Moving through divorce is difficult no matter what the season, but the big December holidays can intensify feelings of sadness and loss. The omnipresent images of love, family, and festive merry-making rub salt into the wounds of the newly separated and divorced, and it can be tempting to isolate or simply avoid the holidays altogether.
But know there are ALWAYS CHOICES. You can CHOOSE to use this holiday season as a marker for new beginnings. Here are 5 tips to move through the holidays as authentically as possible, so you can close the chapters of the past and open to those of the future.
1. Embrace all your feelings, even the painful ones
Take a deep breath and acknowledge this is a challenging time. Many people try to avoid painful feelings by eating or drinking too much, binge-shopping, stuffing feelings away and pretending they don’t exist, or distracting themselves with the media, extra work or other busy-ness.
While these strategies are OK in small doses, over the long haul, they are not helpful. Unprocessed emotions can get stuck in the body and cause problems down the road such as physical pain, depression, illnesses or dis-empowering habits. On the other hand, many people spend too much time wallowing in grief, making it difficult to move on.
In my practice I emphasize deeply processing all painful emotions so they move through the body and don’t get stuck. The mind-body technique of EFT is very powerful for transforming emotions, and the first step is to simply acknowledge, accept and even embrace them.
When painful feelings come up, acknowledge their presence. Give them a voice and listen to what they have to say. Journal about them, and then move on to other parts of your life.
2. Nurture Yourself
Divorce can take a big toll on self-esteem and peace of mind. Holidays, with all their expectations and complications, add extra layers of stress and tend to intensify anxiety and pressure.
Amid the hustle and bustle take time out to nurture yourself. Here are some ideas:
• Fill the tub with a soothing bubble bath, light a candle and play soft music
• Schedule a massage or spa day
• Plan a fun day with a friend or family member
• Watch something funny or find another way to laugh
• Read a new book or re-read an old favorite
• Spend time in nature
• Set aside time for doing things that bring you joy
Also, be sure to schedule movement into your life, whether it be playing a sport, taking a class at the gym, or going for a walk. There is no better way to relieve stress and feel grounded in your body.
Most of all, use this time to celebrate you and the fact that you’re starting a new chapter in your life. Acknowledge your strengths and look ahead to exploring new sides of yourself. Create a vision for how you would like the new year to look.
3. Practice gratitude
Even though you are experiencing a rough patch right now, we all have things to be grateful for. Do you have a roof over your head? Food in the fridge? Warm clothes to wear? Do you have at least one friend or family member who cares about you? Many people are not so fortunate.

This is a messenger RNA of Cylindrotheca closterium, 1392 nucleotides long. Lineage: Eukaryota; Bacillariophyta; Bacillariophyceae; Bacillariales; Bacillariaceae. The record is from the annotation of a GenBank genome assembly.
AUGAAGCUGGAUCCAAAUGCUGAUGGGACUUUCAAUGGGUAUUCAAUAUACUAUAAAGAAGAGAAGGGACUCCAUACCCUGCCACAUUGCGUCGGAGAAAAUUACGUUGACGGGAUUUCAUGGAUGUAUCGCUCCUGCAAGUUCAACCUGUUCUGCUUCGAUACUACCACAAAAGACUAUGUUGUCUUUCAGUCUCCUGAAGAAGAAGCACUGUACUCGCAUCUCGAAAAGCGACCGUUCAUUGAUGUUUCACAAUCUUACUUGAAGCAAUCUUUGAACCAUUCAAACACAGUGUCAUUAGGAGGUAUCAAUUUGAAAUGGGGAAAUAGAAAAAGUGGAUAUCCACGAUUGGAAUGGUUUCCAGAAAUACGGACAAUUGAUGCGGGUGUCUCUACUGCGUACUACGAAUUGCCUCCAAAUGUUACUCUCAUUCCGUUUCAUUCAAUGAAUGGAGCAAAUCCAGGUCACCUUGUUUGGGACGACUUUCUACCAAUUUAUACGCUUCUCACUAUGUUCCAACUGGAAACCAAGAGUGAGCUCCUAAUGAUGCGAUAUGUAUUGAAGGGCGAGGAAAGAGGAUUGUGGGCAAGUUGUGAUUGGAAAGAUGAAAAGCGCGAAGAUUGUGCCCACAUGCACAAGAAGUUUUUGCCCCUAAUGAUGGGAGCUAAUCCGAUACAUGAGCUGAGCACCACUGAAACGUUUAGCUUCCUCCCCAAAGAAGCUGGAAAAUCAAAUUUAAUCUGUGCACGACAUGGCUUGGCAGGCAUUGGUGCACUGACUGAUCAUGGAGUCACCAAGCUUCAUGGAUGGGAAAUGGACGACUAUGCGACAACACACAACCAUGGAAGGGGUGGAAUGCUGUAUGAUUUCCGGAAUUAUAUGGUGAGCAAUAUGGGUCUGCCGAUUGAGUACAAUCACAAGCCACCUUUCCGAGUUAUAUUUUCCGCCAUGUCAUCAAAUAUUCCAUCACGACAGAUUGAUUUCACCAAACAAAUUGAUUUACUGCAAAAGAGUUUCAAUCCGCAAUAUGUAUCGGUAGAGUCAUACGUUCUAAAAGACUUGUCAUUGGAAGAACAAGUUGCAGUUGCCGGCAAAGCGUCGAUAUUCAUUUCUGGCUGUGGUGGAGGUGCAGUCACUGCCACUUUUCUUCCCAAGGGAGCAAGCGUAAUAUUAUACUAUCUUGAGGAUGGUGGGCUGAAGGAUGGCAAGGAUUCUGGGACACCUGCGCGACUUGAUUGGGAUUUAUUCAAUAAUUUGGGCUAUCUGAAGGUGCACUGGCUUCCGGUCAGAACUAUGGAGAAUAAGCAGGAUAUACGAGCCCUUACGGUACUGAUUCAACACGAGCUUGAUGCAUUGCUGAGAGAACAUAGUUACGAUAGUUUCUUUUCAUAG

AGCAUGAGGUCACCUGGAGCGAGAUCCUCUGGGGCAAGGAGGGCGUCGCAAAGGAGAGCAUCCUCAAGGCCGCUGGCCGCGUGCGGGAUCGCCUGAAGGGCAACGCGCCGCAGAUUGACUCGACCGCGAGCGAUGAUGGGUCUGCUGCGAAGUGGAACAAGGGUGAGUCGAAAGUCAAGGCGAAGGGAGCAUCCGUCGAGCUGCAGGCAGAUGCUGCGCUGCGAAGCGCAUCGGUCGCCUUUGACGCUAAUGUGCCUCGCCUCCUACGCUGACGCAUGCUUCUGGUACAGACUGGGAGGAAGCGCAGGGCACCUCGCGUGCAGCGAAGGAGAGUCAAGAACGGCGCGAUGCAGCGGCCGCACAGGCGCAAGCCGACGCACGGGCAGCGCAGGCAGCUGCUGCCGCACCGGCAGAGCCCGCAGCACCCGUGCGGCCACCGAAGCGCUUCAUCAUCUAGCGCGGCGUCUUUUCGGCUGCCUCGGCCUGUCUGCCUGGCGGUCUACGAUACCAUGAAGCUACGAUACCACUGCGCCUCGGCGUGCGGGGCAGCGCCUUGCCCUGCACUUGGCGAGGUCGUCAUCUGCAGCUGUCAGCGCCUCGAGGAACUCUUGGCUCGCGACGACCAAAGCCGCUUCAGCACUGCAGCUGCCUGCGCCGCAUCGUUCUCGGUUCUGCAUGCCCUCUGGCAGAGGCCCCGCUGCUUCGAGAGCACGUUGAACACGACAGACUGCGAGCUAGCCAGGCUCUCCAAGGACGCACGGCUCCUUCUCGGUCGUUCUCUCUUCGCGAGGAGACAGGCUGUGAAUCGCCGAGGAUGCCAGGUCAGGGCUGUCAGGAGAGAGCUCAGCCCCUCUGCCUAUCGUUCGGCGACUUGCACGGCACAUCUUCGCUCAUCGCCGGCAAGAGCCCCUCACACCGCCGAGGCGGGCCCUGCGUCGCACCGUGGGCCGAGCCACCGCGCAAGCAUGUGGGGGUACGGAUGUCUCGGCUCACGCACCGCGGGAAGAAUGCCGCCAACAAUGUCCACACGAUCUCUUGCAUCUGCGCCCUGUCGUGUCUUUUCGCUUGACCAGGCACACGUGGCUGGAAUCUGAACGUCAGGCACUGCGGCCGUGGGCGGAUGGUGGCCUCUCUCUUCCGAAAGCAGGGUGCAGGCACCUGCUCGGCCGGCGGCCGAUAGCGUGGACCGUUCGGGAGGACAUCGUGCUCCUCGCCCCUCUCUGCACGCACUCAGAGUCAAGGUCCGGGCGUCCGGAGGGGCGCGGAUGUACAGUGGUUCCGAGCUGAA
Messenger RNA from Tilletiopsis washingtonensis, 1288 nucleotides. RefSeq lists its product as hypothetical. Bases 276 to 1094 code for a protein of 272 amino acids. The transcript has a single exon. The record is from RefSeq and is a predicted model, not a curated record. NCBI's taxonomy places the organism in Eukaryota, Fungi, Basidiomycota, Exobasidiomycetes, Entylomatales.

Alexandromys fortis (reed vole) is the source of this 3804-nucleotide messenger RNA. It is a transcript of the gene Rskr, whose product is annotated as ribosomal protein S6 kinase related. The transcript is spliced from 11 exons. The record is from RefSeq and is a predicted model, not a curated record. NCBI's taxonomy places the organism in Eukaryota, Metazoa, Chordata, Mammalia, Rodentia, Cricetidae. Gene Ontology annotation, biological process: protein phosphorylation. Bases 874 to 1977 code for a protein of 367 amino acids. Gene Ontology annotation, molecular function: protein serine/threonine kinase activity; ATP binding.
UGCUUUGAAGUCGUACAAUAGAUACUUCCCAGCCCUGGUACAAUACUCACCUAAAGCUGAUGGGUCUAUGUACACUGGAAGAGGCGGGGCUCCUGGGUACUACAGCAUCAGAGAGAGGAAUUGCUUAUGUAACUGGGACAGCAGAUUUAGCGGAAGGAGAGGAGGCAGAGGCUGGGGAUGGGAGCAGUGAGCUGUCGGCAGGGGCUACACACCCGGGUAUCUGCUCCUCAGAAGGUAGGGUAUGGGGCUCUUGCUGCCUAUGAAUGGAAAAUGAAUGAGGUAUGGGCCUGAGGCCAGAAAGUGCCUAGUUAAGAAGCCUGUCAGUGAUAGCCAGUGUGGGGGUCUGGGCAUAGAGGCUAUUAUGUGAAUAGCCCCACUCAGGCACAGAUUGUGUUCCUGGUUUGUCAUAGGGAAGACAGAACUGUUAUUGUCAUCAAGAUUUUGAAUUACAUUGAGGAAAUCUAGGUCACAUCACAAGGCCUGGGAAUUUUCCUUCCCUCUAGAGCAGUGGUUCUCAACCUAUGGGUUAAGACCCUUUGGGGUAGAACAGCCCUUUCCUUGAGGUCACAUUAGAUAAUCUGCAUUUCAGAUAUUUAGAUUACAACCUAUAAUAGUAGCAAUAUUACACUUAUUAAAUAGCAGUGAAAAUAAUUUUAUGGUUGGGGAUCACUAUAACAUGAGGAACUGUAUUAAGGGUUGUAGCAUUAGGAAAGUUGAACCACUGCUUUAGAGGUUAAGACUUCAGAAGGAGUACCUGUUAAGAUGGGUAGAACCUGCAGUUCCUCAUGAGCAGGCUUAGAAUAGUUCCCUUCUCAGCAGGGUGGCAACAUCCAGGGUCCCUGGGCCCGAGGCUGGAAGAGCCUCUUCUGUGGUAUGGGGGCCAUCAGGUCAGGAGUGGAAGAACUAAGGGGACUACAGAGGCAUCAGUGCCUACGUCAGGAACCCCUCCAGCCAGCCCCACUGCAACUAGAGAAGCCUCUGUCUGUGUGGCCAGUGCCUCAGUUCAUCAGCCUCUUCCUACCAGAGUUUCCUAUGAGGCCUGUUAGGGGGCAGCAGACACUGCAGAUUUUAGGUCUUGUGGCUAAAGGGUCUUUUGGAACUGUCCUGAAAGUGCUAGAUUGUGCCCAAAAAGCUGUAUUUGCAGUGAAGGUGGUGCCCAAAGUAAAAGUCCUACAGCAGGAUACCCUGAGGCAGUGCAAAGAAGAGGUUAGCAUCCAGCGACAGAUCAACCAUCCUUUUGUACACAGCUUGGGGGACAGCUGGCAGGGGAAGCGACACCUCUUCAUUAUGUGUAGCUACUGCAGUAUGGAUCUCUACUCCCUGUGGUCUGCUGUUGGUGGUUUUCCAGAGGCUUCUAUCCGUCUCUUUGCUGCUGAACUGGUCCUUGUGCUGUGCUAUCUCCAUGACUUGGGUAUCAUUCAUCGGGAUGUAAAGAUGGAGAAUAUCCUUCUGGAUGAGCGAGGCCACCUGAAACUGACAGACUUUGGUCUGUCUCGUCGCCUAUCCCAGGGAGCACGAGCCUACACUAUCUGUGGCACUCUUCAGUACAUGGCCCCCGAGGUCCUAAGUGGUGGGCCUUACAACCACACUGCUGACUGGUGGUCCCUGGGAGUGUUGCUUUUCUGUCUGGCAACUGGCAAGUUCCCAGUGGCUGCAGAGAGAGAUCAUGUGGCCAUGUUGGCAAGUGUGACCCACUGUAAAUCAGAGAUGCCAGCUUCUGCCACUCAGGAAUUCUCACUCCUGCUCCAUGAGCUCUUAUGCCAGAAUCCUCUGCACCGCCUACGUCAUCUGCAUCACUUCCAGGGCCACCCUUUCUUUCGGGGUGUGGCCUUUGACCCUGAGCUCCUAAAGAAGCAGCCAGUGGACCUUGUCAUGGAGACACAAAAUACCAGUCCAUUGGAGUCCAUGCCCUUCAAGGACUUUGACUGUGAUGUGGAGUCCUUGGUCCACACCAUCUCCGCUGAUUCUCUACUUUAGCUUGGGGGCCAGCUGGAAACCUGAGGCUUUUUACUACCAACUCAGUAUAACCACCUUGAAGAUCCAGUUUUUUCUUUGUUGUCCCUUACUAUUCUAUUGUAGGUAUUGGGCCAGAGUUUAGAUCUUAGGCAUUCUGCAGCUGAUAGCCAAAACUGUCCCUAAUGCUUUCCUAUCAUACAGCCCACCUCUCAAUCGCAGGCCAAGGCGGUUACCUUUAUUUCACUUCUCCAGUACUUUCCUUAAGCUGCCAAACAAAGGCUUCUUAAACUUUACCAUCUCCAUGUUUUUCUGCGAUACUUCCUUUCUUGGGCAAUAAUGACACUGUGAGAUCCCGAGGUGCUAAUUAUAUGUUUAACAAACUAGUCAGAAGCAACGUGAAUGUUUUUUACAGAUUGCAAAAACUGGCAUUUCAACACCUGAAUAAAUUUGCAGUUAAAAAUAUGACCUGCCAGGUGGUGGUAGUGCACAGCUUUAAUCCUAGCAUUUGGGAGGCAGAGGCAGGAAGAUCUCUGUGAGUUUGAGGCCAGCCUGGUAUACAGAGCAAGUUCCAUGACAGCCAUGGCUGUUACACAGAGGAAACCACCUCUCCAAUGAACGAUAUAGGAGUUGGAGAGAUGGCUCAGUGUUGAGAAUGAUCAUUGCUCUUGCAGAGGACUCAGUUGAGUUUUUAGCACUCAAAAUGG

What you focus on expands. Do you wish to expand your blessings or your sorrows? Use this holiday time to focus on all you are grateful for. Make a list of at least ten blessings in your life and read that list every day. Once you get started, you may find that list grows rapidly! I can’t tell you how much this simple shift of focus has transformed my own life as well as the lives of my clients.
4. Reach out to others
Although spending time alone to process your thoughts and feelings is important, be sure to create a balance by reaching out to others. Your first holiday season after a break-up can be an emotional roller coaster, so don’t try to ride it alone! Make plans with friends and family who bring you joy, reach out to other divorcees, or join a support group. It can be helpful to be around people who know what you’re going through, and it’s comforting to know you’re not alone in the post-divorce emotions and challenges you’re experiencing. Be open and receptive to help and you will find it!
5. Create new holiday traditions
Rigidly sticking to old traditions or constantly comparing this holiday season to past holidays can intensify feelings of grief and loss, and it becomes all too easy to “should yourself.” For example, you may be thinking, “we SHOULD still be together as a family, he SHOULD be ashamed of what he’s done, I SHOULD have the kids for Christmas morning, or I SHOULD be over this by now.” If you catch yourself going down that rabbit hole, redirect your thinking.
This is the time to develop new ways of celebrating the holidays. Perhaps it’s going on a trip, celebrating with new friends or neighbors, attending events in your community or spiritual center, or volunteering to help those less fortunate than yourself. Be open to creating new traditions for yourself and your children and including new people in your life.
Most of all, proclaim this season as the emotional starting point for ringing in the new. Even though this is possibly one of the most painful times of your life, you can use this pain as a catalyst to create the life you’ve always wanted.
In my program “Finding P.E.A.C.E. in the Pieces,” I help women move from pain to peace, trauma to transformation and create a beautiful new life after divorce. For more information on this powerful recovery and empowerment program, click here. Or, to learn more about the 5- Step P.E.A.C.E. process, attend my webinar “5 Steps to Move from Pain to Peace, Trauma to Transformation During Divorce” by clicking here.